But wait. That’s not all. After making six large salmon fishcakes, I still had oodles of overcooked quinoa left. I started to wonder if I’d added four times the amount of water I was supposed to! That or I’d had a brain freeze and cooked enough for a large catering order. Either way, another recipe was needed to make use of what still remained. With the tiny person still asleep, I embarked upon another dish. This time a recipe from the Petite kitchen cookbook for Cheddar and quinoa muffins with sun dried tomatoes and basil. Single serve snacks that could be put in the freezer for when a tummy rumble struck. They’re very simple and quick to make and baked in little paper cases, an entirely portable snack.

overcooked quinoa

After all the huffing and puffing and scolding of myself for not having set a timer for the quinoa, I was now able to survey my kitchen bench burdened with dinner, possible lunches and enough snacks for the foreseeable future. Hindsight usually reveals mistakes to be entirely perfect in their outcome.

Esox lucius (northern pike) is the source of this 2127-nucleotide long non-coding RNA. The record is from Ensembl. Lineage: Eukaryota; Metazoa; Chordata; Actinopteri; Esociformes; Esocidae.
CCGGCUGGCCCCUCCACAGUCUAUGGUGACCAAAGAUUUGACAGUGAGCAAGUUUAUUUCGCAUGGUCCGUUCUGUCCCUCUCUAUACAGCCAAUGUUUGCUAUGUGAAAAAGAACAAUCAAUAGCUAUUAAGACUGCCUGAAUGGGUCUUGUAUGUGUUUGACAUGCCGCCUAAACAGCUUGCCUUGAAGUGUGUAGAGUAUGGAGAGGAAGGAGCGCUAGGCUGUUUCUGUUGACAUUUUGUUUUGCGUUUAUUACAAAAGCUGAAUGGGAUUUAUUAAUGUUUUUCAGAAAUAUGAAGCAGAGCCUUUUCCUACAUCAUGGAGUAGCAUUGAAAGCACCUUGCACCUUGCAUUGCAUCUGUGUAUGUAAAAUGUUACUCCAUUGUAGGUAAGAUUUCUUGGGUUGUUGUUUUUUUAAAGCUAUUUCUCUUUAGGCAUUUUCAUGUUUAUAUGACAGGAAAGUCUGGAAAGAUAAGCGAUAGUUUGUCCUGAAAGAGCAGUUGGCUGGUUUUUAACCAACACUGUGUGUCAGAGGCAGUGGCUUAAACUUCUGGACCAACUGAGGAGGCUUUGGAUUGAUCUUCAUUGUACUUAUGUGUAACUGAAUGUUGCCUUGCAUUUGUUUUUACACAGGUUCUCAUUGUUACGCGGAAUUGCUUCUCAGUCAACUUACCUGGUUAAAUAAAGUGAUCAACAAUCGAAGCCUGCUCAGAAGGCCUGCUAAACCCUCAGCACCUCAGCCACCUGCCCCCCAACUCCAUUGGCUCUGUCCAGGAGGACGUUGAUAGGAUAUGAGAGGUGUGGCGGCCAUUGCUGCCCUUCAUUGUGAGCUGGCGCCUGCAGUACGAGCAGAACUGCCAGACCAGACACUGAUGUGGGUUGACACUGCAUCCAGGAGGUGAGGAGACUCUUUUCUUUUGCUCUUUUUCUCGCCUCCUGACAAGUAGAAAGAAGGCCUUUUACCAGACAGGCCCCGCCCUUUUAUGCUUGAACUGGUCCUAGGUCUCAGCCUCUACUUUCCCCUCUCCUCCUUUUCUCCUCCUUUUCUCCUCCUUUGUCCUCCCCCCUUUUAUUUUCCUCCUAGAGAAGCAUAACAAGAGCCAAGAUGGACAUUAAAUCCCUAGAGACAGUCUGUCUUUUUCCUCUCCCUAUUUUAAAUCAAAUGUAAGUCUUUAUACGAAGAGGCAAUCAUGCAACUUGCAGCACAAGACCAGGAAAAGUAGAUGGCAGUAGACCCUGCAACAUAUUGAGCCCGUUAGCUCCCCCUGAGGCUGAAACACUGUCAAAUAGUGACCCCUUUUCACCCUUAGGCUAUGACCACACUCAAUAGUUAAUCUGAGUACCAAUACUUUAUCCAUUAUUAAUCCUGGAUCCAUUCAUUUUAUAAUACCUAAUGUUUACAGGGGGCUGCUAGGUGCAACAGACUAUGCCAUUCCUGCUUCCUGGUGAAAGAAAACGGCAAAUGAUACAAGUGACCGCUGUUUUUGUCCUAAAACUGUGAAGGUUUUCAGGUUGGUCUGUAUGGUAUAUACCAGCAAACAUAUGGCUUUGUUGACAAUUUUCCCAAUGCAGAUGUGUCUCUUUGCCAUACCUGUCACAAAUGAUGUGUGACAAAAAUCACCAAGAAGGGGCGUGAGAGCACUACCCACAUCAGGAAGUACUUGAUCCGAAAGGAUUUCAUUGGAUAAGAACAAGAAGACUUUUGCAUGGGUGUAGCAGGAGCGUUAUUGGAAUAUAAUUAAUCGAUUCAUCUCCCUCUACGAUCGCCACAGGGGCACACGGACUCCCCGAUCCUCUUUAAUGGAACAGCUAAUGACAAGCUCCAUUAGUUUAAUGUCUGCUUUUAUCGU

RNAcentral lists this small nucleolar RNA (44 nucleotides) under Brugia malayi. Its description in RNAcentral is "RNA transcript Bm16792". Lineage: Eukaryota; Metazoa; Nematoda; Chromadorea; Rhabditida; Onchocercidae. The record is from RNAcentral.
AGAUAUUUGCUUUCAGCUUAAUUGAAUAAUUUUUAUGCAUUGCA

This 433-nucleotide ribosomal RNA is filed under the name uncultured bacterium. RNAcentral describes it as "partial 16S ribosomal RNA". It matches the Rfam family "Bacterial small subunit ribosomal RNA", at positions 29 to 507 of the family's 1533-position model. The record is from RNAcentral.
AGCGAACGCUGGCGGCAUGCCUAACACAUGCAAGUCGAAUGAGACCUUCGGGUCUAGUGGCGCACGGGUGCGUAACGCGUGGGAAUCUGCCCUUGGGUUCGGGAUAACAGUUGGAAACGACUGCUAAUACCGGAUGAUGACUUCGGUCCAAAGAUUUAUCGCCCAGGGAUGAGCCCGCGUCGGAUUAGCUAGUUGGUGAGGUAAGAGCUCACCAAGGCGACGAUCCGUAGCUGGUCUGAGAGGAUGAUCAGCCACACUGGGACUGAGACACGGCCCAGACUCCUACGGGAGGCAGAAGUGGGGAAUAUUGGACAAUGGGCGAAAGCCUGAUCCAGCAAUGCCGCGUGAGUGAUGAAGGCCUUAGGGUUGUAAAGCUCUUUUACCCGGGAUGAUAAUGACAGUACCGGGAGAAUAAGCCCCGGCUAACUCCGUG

overcooked quinoa

 Salmon fishcakes – a recipe using overcooked quinoa.

4 cups (over)cooked quinoa
2 fillets of cooked salmon, flaked
A handful of chopped parsley
A handful of chopped dill
1-2 tbs chopped capers
1 preserved lemon, rind finely chopped
Sea salt and black pepper
2 eggs

Mix all ingredients together in a large bowl and then shape into tennis ball size fish cakes.

I will confess that I tried to pan fry one of the salmon cakes, imagining that it would go crisp and chewy. This was not the case as the patties were too wet from, ahem, the overcooked quinoa. Baking resulted in a much better result.

Bake for 30-40 minutes at 180C.

Enjoy with a crisp green leaf salad.

Cheddar and quinoa muffins with sun dried tomatoes and basil.

From My Petite Kitchen Cookbook by Eleanor Ozich

540g cooked quinoa
4 eggs
100g Cheddar cheese, grated
2 large handfuls basil, chopped
40g sun dried tomatoes, chopped
Sea salt and black pepper

Mix all ingredients in a large bowl and then divide among the holes of paper lined muffin tin.

Makes approximately 6 large and 12 mini muffins.